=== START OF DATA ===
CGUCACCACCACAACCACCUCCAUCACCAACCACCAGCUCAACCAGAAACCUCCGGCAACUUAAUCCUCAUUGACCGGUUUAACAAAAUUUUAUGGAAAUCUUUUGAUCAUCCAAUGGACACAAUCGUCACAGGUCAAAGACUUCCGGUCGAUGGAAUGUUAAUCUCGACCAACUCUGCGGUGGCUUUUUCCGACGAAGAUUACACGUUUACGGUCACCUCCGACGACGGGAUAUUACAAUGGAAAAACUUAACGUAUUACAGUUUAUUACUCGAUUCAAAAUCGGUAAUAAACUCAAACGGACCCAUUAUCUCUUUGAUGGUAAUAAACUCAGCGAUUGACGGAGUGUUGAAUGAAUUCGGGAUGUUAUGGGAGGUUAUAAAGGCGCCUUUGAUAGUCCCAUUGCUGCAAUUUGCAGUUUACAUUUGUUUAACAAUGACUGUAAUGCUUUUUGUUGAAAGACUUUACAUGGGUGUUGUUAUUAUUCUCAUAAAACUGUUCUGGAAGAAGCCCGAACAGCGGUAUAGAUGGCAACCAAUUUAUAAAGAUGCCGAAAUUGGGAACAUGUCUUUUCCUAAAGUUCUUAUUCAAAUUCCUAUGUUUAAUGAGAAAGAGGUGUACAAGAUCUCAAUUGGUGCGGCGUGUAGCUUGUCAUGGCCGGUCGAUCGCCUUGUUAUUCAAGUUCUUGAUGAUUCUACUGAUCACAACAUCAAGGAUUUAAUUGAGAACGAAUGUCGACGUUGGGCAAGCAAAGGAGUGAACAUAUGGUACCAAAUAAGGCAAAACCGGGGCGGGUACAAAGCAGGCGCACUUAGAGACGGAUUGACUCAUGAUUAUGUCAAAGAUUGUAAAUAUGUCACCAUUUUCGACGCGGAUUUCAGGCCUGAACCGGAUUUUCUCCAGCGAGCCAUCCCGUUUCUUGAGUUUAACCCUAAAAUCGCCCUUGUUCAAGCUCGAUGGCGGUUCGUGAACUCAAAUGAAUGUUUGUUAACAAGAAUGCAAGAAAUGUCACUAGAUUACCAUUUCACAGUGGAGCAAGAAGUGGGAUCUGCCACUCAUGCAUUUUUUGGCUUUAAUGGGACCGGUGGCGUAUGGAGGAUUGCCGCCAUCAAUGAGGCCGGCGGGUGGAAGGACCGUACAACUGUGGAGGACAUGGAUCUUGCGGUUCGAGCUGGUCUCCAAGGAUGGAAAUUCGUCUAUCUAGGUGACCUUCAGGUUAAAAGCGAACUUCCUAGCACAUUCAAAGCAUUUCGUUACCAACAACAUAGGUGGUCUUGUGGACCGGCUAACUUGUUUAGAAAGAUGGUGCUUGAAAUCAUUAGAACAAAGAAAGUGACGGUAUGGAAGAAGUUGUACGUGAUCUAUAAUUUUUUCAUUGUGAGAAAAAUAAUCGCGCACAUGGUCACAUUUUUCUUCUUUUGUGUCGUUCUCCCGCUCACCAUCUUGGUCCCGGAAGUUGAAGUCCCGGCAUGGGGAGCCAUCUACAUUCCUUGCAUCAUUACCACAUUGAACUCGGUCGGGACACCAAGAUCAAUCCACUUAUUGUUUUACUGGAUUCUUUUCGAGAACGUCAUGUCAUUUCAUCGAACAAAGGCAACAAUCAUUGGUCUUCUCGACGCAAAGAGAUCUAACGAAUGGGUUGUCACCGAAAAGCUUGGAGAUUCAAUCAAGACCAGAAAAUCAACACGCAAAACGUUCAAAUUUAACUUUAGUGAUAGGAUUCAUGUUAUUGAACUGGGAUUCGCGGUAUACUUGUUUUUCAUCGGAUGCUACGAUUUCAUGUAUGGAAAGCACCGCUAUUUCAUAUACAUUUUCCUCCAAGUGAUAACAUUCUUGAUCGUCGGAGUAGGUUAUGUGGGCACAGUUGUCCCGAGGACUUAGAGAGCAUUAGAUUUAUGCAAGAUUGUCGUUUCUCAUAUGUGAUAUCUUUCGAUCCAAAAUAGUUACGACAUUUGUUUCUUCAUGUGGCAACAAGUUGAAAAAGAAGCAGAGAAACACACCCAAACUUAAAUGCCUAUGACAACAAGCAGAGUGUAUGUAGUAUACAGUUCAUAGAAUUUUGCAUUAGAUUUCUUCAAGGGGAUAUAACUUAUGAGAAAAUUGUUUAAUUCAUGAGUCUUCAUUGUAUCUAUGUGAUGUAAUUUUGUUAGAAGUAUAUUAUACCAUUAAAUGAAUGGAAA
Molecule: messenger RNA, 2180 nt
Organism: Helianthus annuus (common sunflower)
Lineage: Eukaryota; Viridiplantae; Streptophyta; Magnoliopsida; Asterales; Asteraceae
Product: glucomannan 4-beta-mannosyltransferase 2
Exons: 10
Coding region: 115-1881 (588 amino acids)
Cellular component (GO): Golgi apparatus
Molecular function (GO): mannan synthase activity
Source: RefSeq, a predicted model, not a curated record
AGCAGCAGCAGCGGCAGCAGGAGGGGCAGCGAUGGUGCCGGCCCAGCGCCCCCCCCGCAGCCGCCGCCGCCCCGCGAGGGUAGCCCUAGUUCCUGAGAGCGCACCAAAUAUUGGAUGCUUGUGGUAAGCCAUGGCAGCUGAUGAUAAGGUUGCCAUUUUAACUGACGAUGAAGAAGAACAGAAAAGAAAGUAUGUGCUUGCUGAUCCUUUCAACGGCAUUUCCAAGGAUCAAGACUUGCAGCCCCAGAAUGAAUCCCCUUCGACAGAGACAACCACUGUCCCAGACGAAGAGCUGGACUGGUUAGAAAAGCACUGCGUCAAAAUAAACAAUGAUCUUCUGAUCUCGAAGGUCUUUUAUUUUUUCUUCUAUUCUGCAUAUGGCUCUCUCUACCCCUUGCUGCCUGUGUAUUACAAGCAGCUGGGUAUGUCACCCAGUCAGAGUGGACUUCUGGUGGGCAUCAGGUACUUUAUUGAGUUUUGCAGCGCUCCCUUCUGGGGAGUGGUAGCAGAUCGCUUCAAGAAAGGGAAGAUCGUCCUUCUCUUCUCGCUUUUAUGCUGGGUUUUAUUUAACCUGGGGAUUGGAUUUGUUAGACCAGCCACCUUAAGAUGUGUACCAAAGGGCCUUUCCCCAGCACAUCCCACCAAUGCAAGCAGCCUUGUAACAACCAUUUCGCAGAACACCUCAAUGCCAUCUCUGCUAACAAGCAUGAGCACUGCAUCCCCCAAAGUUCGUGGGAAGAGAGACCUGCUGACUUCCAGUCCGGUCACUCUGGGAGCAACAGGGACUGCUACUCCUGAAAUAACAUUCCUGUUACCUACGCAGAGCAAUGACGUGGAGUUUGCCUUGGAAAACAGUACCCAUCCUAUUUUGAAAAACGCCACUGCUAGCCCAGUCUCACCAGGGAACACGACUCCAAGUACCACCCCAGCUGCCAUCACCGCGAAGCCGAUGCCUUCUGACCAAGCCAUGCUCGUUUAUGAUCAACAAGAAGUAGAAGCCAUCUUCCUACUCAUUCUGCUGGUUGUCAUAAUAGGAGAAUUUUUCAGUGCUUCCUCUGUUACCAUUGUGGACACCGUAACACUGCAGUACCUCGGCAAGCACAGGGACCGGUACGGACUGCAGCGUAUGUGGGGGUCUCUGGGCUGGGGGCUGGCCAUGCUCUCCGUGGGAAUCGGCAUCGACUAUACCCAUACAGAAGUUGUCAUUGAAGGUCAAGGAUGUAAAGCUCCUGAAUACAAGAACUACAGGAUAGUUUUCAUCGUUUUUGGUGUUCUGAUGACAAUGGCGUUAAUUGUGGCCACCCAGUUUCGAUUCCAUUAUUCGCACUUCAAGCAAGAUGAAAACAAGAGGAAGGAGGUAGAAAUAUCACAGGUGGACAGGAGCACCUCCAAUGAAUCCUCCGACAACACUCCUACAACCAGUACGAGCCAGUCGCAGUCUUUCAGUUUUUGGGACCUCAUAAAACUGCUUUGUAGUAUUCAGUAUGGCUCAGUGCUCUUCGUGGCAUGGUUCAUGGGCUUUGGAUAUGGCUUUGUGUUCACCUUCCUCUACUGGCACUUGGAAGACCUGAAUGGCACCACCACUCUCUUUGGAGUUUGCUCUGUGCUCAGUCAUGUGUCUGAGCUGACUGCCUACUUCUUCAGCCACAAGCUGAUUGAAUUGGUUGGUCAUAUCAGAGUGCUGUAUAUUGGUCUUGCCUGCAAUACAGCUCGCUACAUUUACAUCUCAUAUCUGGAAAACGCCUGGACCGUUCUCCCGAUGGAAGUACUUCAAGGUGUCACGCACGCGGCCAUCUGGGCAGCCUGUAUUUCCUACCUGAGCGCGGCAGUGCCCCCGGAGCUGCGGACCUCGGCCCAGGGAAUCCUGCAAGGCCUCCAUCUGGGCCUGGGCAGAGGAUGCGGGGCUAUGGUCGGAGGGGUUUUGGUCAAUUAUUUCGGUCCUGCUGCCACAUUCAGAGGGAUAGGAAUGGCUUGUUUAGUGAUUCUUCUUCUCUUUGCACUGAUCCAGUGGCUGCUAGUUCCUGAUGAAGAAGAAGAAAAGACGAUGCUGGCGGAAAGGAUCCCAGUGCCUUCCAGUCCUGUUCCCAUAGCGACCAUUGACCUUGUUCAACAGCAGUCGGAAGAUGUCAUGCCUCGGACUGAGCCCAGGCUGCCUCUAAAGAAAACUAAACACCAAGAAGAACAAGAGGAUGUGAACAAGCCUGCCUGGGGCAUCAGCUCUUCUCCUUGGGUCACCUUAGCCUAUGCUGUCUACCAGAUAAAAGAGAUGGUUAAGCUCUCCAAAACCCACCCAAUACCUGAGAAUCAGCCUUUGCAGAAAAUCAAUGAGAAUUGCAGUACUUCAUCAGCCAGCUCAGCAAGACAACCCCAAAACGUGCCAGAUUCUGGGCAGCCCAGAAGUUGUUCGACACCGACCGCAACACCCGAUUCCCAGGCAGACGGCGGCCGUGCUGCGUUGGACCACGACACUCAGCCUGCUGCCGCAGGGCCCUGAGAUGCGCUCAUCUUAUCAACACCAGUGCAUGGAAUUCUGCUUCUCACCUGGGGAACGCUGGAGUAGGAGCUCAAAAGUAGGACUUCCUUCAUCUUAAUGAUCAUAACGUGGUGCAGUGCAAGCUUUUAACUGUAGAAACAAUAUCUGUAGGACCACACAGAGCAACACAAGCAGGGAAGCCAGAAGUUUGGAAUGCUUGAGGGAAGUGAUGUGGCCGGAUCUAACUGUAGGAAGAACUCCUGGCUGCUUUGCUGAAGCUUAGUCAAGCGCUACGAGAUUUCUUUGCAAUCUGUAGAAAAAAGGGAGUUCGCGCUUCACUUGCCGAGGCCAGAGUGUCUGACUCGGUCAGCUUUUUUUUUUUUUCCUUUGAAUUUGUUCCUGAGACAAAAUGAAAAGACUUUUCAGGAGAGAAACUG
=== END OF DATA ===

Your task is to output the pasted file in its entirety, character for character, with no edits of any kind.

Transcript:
CGUCACCACCACAACCACCUCCAUCACCAACCACCAGCUCAACCAGAAACCUCCGGCAACUUAAUCCUCAUUGACCGGUUUAACAAAAUUUUAUGGAAAUCUUUUGAUCAUCCAAUGGACACAAUCGUCACAGGUCAAAGACUUCCGGUCGAUGGAAUGUUAAUCUCGACCAACUCUGCGGUGGCUUUUUCCGACGAAGAUUACACGUUUACGGUCACCUCCGACGACGGGAUAUUACAAUGGAAAAACUUAACGUAUUACAGUUUAUUACUCGAUUCAAAAUCGGUAAUAAACUCAAACGGACCCAUUAUCUCUUUGAUGGUAAUAAACUCAGCGAUUGACGGAGUGUUGAAUGAAUUCGGGAUGUUAUGGGAGGUUAUAAAGGCGCCUUUGAUAGUCCCAUUGCUGCAAUUUGCAGUUUACAUUUGUUUAACAAUGACUGUAAUGCUUUUUGUUGAAAGACUUUACAUGGGUGUUGUUAUUAUUCUCAUAAAACUGUUCUGGAAGAAGCCCGAACAGCGGUAUAGAUGGCAACCAAUUUAUAAAGAUGCCGAAAUUGGGAACAUGUCUUUUCCUAAAGUUCUUAUUCAAAUUCCUAUGUUUAAUGAGAAAGAGGUGUACAAGAUCUCAAUUGGUGCGGCGUGUAGCUUGUCAUGGCCGGUCGAUCGCCUUGUUAUUCAAGUUCUUGAUGAUUCUACUGAUCACAACAUCAAGGAUUUAAUUGAGAACGAAUGUCGACGUUGGGCAAGCAAAGGAGUGAACAUAUGGUACCAAAUAAGGCAAAACCGGGGCGGGUACAAAGCAGGCGCACUUAGAGACGGAUUGACUCAUGAUUAUGUCAAAGAUUGUAAAUAUGUCACCAUUUUCGACGCGGAUUUCAGGCCUGAACCGGAUUUUCUCCAGCGAGCCAUCCCGUUUCUUGAGUUUAACCCUAAAAUCGCCCUUGUUCAAGCUCGAUGGCGGUUCGUGAACUCAAAUGAAUGUUUGUUAACAAGAAUGCAAGAAAUGUCACUAGAUUACCAUUUCACAGUGGAGCAAGAAGUGGGAUCUGCCACUCAUGCAUUUUUUGGCUUUAAUGGGACCGGUGGCGUAUGGAGGAUUGCCGCCAUCAAUGAGGCCGGCGGGUGGAAGGACCGUACAACUGUGGAGGACAUGGAUCUUGCGGUUCGAGCUGGUCUCCAAGGAUGGAAAUUCGUCUAUCUAGGUGACCUUCAGGUUAAAAGCGAACUUCCUAGCACAUUCAAAGCAUUUCGUUACCAACAACAUAGGUGGUCUUGUGGACCGGCUAACUUGUUUAGAAAGAUGGUGCUUGAAAUCAUUAGAACAAAGAAAGUGACGGUAUGGAAGAAGUUGUACGUGAUCUAUAAUUUUUUCAUUGUGAGAAAAAUAAUCGCGCACAUGGUCACAUUUUUCUUCUUUUGUGUCGUUCUCCCGCUCACCAUCUUGGUCCCGGAAGUUGAAGUCCCGGCAUGGGGAGCCAUCUACAUUCCUUGCAUCAUUACCACAUUGAACUCGGUCGGGACACCAAGAUCAAUCCACUUAUUGUUUUACUGGAUUCUUUUCGAGAACGUCAUGUCAUUUCAUCGAACAAAGGCAACAAUCAUUGGUCUUCUCGACGCAAAGAGAUCUAACGAAUGGGUUGUCACCGAAAAGCUUGGAGAUUCAAUCAAGACCAGAAAAUCAACACGCAAAACGUUCAAAUUUAACUUUAGUGAUAGGAUUCAUGUUAUUGAACUGGGAUUCGCGGUAUACUUGUUUUUCAUCGGAUGCUACGAUUUCAUGUAUGGAAAGCACCGCUAUUUCAUAUACAUUUUCCUCCAAGUGAUAACAUUCUUGAUCGUCGGAGUAGGUUAUGUGGGCACAGUUGUCCCGAGGACUUAGAGAGCAUUAGAUUUAUGCAAGAUUGUCGUUUCUCAUAUGUGAUAUCUUUCGAUCCAAAAUAGUUACGACAUUUGUUUCUUCAUGUGGCAACAAGUUGAAAAAGAAGCAGAGAAACACACCCAAACUUAAAUGCCUAUGACAACAAGCAGAGUGUAUGUAGUAUACAGUUCAUAGAAUUUUGCAUUAGAUUUCUUCAAGGGGAUAUAACUUAUGAGAAAAUUGUUUAAUUCAUGAGUCUUCAUUGUAUCUAUGUGAUGUAAUUUUGUUAGAAGUAUAUUAUACCAUUAAAUGAAUGGAAA
Molecule: messenger RNA, 2180 nt
Organism: Helianthus annuus (common sunflower)
Lineage: Eukaryota; Viridiplantae; Streptophyta; Magnoliopsida; Asterales; Asteraceae
Product: glucomannan 4-beta-mannosyltransferase 2
Exons: 10
Coding region: 115-1881 (588 amino acids)
Cellular component (GO): Golgi apparatus
Molecular function (GO): mannan synthase activity
Source: RefSeq, a predicted model, not a curated record
AGCAGCAGCAGCGGCAGCAGGAGGGGCAGCGAUGGUGCCGGCCCAGCGCCCCCCCCGCAGCCGCCGCCGCCCCGCGAGGGUAGCCCUAGUUCCUGAGAGCGCACCAAAUAUUGGAUGCUUGUGGUAAGCCAUGGCAGCUGAUGAUAAGGUUGCCAUUUUAACUGACGAUGAAGAAGAACAGAAAAGAAAGUAUGUGCUUGCUGAUCCUUUCAACGGCAUUUCCAAGGAUCAAGACUUGCAGCCCCAGAAUGAAUCCCCUUCGACAGAGACAACCACUGUCCCAGACGAAGAGCUGGACUGGUUAGAAAAGCACUGCGUCAAAAUAAACAAUGAUCUUCUGAUCUCGAAGGUCUUUUAUUUUUUCUUCUAUUCUGCAUAUGGCUCUCUCUACCCCUUGCUGCCUGUGUAUUACAAGCAGCUGGGUAUGUCACCCAGUCAGAGUGGACUUCUGGUGGGCAUCAGGUACUUUAUUGAGUUUUGCAGCGCUCCCUUCUGGGGAGUGGUAGCAGAUCGCUUCAAGAAAGGGAAGAUCGUCCUUCUCUUCUCGCUUUUAUGCUGGGUUUUAUUUAACCUGGGGAUUGGAUUUGUUAGACCAGCCACCUUAAGAUGUGUACCAAAGGGCCUUUCCCCAGCACAUCCCACCAAUGCAAGCAGCCUUGUAACAACCAUUUCGCAGAACACCUCAAUGCCAUCUCUGCUAACAAGCAUGAGCACUGCAUCCCCCAAAGUUCGUGGGAAGAGAGACCUGCUGACUUCCAGUCCGGUCACUCUGGGAGCAACAGGGACUGCUACUCCUGAAAUAACAUUCCUGUUACCUACGCAGAGCAAUGACGUGGAGUUUGCCUUGGAAAACAGUACCCAUCCUAUUUUGAAAAACGCCACUGCUAGCCCAGUCUCACCAGGGAACACGACUCCAAGUACCACCCCAGCUGCCAUCACCGCGAAGCCGAUGCCUUCUGACCAAGCCAUGCUCGUUUAUGAUCAACAAGAAGUAGAAGCCAUCUUCCUACUCAUUCUGCUGGUUGUCAUAAUAGGAGAAUUUUUCAGUGCUUCCUCUGUUACCAUUGUGGACACCGUAACACUGCAGUACCUCGGCAAGCACAGGGACCGGUACGGACUGCAGCGUAUGUGGGGGUCUCUGGGCUGGGGGCUGGCCAUGCUCUCCGUGGGAAUCGGCAUCGACUAUACCCAUACAGAAGUUGUCAUUGAAGGUCAAGGAUGUAAAGCUCCUGAAUACAAGAACUACAGGAUAGUUUUCAUCGUUUUUGGUGUUCUGAUGACAAUGGCGUUAAUUGUGGCCACCCAGUUUCGAUUCCAUUAUUCGCACUUCAAGCAAGAUGAAAACAAGAGGAAGGAGGUAGAAAUAUCACAGGUGGACAGGAGCACCUCCAAUGAAUCCUCCGACAACACUCCUACAACCAGUACGAGCCAGUCGCAGUCUUUCAGUUUUUGGGACCUCAUAAAACUGCUUUGUAGUAUUCAGUAUGGCUCAGUGCUCUUCGUGGCAUGGUUCAUGGGCUUUGGAUAUGGCUUUGUGUUCACCUUCCUCUACUGGCACUUGGAAGACCUGAAUGGCACCACCACUCUCUUUGGAGUUUGCUCUGUGCUCAGUCAUGUGUCUGAGCUGACUGCCUACUUCUUCAGCCACAAGCUGAUUGAAUUGGUUGGUCAUAUCAGAGUGCUGUAUAUUGGUCUUGCCUGCAAUACAGCUCGCUACAUUUACAUCUCAUAUCUGGAAAACGCCUGGACCGUUCUCCCGAUGGAAGUACUUCAAGGUGUCACGCACGCGGCCAUCUGGGCAGCCUGUAUUUCCUACCUGAGCGCGGCAGUGCCCCCGGAGCUGCGGACCUCGGCCCAGGGAAUCCUGCAAGGCCUCCAUCUGGGCCUGGGCAGAGGAUGCGGGGCUAUGGUCGGAGGGGUUUUGGUCAAUUAUUUCGGUCCUGCUGCCACAUUCAGAGGGAUAGGAAUGGCUUGUUUAGUGAUUCUUCUUCUCUUUGCACUGAUCCAGUGGCUGCUAGUUCCUGAUGAAGAAGAAGAAAAGACGAUGCUGGCGGAAAGGAUCCCAGUGCCUUCCAGUCCUGUUCCCAUAGCGACCAUUGACCUUGUUCAACAGCAGUCGGAAGAUGUCAUGCCUCGGACUGAGCCCAGGCUGCCUCUAAAGAAAACUAAACACCAAGAAGAACAAGAGGAUGUGAACAAGCCUGCCUGGGGCAUCAGCUCUUCUCCUUGGGUCACCUUAGCCUAUGCUGUCUACCAGAUAAAAGAGAUGGUUAAGCUCUCCAAAACCCACCCAAUACCUGAGAAUCAGCCUUUGCAGAAAAUCAAUGAGAAUUGCAGUACUUCAUCAGCCAGCUCAGCAAGACAACCCCAAAACGUGCCAGAUUCUGGGCAGCCCAGAAGUUGUUCGACACCGACCGCAACACCCGAUUCCCAGGCAGACGGCGGCCGUGCUGCGUUGGACCACGACACUCAGCCUGCUGCCGCAGGGCCCUGAGAUGCGCUCAUCUUAUCAACACCAGUGCAUGGAAUUCUGCUUCUCACCUGGGGAACGCUGGAGUAGGAGCUCAAAAGUAGGACUUCCUUCAUCUUAAUGAUCAUAACGUGGUGCAGUGCAAGCUUUUAACUGUAGAAACAAUAUCUGUAGGACCACACAGAGCAACACAAGCAGGGAAGCCAGAAGUUUGGAAUGCUUGAGGGAAGUGAUGUGGCCGGAUCUAACUGUAGGAAGAACUCCUGGCUGCUUUGCUGAAGCUUAGUCAAGCGCUACGAGAUUUCUUUGCAAUCUGUAGAAAAAAGGGAGUUCGCGCUUCACUUGCCGAGGCCAGAGUGUCUGACUCGGUCAGCUUUUUUUUUUUUUCCUUUGAAUUUGUUCCUGAGACAAAAUGAAAAGACUUUUCAGGAGAGAAACUG